Styles add up for Minus 5

Easily the most recognizable entry on the overworked and underplayed McCaughey's resume is R.E.M., which has employed the Seattle-based rocker's varied instrumental talents on its albums on and off since 1994.

After R.E.M., the projects pressing McCaughey for most of his time — the Young Fresh Fellows, The Minus 5 and Tuatara — have probably flown under the radar of all but the most devoted music fan. But by no means does McCaughey's amazing unintentional talent to escape notice mean he has been wasting his time.

With In Rock, McCaughey's latest recording with The Minus 5 — an outfit rounded out by R.E.M's Peter Buck (guitars), John Ramberg (bass) and Bill Rieflin (drums) — the jack-of-all trades instrumentalist, singer and songwriter has given his few but devoted fans yet another reason to celebrate his genius.

Recorded in March 2000 and again in Nov. 2003, In Rock doesn't play like an album recorded in two sessions with a monumental gap between them. Instead, it plows full speed ahead from track to track as if it were recorded in one unbelievable rewarding sitting.

In many ways the album's instrumental opener, "Bambi Molester," proves telling of what the rest of In Rock is going to deliver. The headshake-inducing title aside, the minute-and-a-half track manages to take on epic proportions despite having such a miniature time frame within to work its magic. Featuring an impressive array of distorted guitar wails, a charging drumbeat and well-placed background harmonies, "Bambi Molester" leaves the listener aching for more.

And of course no band wants to see its fans in pain.

Following the opener, The Minus 5 steer toward Green Day-esque punk territory with "Dear My Inspiration" ("Dear my inspiration/Pull my headache through the phone/Delirium needs water/And I feel the highest low/In every bone") and add unique twists to the genre in the form of harmonized vocals and frenzied organ solos.

The Minus 5 keep the borderline-insane energy level of In Rock surging ahead with the garage rock of "In A Lonely Coffin" and the first two-and-a-half minutes of "The Forgotten Fridays." The piano-driven remainder of the track, featuring McCaughey's melancholy warnings ("Don't ever let the Fridays fall in the sea"), offers In Rock's first hint at the considerable sway the Beatles hold over McCaughey's The Minus 5 recordings.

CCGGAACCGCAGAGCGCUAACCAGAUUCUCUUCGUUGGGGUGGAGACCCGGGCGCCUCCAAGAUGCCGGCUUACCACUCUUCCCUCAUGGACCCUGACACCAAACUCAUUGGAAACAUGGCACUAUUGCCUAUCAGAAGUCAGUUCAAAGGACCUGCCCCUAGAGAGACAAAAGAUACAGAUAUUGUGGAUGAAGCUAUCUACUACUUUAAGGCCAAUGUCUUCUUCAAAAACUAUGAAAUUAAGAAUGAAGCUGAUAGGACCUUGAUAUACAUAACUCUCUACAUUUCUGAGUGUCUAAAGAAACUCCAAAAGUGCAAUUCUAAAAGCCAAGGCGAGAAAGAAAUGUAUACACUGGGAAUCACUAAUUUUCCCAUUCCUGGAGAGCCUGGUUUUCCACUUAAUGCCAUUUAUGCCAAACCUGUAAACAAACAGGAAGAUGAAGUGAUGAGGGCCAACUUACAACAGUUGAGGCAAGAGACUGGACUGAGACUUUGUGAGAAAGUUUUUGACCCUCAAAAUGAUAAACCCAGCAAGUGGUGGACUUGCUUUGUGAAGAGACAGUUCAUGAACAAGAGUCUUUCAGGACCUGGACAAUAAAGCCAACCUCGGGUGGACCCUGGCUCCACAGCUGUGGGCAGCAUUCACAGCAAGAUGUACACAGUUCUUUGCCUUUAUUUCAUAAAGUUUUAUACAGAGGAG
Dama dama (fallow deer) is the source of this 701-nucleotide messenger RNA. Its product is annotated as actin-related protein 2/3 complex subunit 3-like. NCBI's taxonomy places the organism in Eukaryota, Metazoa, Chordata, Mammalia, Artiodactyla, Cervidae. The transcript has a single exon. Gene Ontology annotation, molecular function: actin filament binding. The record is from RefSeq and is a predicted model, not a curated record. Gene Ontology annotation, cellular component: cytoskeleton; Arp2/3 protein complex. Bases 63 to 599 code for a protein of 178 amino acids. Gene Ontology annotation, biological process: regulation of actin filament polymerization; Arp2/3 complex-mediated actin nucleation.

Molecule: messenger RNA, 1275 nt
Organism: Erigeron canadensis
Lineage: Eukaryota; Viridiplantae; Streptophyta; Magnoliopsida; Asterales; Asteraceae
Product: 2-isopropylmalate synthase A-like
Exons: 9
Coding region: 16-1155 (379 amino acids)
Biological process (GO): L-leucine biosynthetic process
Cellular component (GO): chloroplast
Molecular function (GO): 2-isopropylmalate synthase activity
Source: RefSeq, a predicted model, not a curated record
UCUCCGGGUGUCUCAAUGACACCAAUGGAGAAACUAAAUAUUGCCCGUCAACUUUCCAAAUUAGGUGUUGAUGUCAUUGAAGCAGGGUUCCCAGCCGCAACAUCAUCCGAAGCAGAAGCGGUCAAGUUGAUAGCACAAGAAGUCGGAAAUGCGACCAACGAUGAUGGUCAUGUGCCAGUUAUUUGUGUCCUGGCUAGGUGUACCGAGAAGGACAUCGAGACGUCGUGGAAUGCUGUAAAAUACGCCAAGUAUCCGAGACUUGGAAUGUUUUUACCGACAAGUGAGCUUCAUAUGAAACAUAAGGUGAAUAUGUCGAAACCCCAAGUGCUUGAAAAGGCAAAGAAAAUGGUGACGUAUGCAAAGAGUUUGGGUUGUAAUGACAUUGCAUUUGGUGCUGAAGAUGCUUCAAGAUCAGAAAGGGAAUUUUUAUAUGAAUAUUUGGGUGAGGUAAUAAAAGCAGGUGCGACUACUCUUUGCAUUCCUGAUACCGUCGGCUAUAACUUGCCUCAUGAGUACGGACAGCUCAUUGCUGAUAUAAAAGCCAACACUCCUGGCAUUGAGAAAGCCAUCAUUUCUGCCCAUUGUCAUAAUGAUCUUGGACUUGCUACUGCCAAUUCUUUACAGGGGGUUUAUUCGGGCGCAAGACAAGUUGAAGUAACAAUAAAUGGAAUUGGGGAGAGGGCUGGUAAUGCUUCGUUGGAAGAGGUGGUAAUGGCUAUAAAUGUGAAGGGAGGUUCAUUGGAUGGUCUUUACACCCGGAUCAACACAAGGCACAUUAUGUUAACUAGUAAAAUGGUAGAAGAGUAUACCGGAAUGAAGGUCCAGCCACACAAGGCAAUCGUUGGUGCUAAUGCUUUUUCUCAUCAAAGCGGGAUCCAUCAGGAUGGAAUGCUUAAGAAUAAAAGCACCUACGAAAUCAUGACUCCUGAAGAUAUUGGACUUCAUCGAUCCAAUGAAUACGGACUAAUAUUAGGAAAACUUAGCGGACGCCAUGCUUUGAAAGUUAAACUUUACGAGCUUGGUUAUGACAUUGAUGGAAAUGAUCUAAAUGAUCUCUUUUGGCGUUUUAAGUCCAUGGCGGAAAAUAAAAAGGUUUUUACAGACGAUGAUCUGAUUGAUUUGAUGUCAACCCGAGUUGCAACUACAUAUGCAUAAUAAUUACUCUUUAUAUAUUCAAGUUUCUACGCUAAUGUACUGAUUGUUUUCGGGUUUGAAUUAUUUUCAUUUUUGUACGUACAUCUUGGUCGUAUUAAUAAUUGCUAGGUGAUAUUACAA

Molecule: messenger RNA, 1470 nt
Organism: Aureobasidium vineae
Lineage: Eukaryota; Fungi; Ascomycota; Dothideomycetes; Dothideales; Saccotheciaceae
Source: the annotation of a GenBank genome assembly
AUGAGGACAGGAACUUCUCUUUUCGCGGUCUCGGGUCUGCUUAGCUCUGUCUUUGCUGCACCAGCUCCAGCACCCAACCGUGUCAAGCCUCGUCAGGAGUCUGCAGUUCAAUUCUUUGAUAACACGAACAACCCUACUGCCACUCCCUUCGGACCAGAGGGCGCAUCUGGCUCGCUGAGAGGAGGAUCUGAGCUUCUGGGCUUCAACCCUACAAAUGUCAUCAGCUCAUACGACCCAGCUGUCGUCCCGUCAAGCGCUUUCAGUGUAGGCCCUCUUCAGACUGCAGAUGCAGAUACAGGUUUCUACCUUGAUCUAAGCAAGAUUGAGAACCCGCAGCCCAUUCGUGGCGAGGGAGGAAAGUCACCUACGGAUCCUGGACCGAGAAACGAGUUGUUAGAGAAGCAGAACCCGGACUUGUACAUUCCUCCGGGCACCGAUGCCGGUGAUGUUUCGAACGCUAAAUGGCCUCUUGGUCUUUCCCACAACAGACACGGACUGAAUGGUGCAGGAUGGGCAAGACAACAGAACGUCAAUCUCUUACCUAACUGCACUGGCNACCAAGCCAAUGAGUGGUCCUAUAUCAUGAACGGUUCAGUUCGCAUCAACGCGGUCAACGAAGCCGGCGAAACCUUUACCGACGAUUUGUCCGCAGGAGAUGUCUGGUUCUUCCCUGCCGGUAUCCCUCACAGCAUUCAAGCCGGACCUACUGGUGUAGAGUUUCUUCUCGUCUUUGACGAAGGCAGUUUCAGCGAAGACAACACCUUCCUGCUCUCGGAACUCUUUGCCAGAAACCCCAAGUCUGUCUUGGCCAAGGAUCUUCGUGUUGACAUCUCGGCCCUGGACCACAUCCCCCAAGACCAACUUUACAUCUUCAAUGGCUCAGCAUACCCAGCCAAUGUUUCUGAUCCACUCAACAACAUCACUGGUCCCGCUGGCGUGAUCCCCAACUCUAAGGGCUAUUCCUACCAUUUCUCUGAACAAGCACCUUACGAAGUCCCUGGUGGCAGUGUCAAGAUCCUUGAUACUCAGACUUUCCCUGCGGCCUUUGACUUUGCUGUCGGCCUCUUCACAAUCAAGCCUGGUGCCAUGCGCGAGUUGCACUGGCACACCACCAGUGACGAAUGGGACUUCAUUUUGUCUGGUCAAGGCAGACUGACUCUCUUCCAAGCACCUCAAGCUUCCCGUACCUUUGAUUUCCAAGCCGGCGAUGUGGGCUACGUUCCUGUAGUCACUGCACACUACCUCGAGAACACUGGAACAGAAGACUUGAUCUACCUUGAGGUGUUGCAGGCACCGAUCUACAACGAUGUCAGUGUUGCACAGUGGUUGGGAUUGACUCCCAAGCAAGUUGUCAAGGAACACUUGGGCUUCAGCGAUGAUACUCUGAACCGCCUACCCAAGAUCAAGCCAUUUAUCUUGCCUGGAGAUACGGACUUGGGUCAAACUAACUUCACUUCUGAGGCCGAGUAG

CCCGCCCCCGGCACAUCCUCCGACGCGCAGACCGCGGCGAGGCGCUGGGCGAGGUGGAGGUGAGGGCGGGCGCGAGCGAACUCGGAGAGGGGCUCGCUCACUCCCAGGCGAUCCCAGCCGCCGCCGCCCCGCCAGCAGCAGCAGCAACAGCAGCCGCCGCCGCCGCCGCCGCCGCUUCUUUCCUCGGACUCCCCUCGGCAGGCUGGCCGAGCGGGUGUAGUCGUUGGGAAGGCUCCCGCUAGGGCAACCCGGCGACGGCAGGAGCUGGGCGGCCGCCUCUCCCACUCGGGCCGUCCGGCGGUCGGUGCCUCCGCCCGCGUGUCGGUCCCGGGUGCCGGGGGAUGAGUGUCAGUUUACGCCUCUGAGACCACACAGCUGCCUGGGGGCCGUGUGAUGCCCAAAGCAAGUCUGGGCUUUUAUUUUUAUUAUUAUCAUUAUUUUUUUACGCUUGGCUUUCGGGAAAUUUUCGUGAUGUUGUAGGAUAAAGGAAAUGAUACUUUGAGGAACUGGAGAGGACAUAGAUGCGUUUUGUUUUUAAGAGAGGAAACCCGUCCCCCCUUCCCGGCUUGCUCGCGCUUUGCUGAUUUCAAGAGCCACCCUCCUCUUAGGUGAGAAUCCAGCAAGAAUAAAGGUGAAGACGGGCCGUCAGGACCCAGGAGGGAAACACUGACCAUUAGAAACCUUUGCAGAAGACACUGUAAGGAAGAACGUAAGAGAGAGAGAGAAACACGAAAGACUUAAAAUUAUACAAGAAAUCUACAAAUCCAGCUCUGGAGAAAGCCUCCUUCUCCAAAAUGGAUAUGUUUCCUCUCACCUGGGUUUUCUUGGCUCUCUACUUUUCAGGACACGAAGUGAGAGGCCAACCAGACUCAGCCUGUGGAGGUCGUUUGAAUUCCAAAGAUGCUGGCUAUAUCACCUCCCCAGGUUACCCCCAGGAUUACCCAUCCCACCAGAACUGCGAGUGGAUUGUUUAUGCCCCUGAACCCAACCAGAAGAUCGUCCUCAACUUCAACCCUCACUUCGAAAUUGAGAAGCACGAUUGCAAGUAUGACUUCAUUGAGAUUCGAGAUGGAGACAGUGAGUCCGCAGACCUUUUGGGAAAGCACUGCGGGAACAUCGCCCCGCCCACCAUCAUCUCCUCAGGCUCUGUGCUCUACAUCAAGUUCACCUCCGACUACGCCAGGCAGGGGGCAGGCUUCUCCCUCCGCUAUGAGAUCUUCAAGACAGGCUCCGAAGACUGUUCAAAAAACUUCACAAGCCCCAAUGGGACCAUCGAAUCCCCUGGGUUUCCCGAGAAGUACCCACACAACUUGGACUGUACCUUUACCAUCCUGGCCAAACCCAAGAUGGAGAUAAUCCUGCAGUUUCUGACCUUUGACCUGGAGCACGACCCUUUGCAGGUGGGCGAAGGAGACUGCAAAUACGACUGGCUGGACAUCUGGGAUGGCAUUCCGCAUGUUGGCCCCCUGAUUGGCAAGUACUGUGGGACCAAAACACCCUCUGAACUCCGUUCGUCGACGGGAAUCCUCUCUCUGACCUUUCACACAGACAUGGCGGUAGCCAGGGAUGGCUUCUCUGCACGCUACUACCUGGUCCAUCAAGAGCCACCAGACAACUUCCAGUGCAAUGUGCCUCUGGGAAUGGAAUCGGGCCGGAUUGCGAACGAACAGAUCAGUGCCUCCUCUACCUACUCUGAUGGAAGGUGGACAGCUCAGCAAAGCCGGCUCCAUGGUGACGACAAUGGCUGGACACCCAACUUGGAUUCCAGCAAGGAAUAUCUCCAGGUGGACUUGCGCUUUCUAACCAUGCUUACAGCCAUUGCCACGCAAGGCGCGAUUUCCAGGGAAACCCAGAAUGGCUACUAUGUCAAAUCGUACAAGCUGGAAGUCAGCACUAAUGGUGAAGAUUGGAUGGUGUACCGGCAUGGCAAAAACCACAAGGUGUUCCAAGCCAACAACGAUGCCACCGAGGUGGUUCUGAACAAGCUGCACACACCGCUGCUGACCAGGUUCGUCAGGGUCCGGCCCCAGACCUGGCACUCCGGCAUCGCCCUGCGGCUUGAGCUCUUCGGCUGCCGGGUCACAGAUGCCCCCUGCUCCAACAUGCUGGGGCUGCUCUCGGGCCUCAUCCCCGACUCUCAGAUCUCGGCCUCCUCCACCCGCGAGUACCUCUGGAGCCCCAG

However, had it been recorded 40 years earlier, "The Girl I Never Met" is the In Rock track that would have had John, Paul, George and Ringo kicking themselves and swearing amongst each other for not coming up with the track's lush pop harmonies, understated guitar runs and pleasant instrumental chorus on their own.

Pop excursions aside, The Minus 5 clearly meant for In Rock to be cranked. "Where The Wires Meet The Skies" and album closer "Over The Sea" would be enjoyable rockouts even if they came without McCaughey's intelligent lyrics.

Even "Dr. Evil: Doctor Of Evil," a whimsical glance at Mike Myers' diabolical half-wit of an evil mastermind ("Now if you're feeling sick/Here's a little tip/I wouldn't recommend a trip anywhere near the crib/This doctor calls his crib") finds The Minus 5 absolutely sizzling — just like on all of In Rock.

McCaughey and The Minus 5 deserve a wider audience, and if Dr. Evil himself were reviewing In Rock he might close by writing: "Throw these guys a friggin' bone here!"

Well, you doctor of evil you, consider it thrown.

Grade: A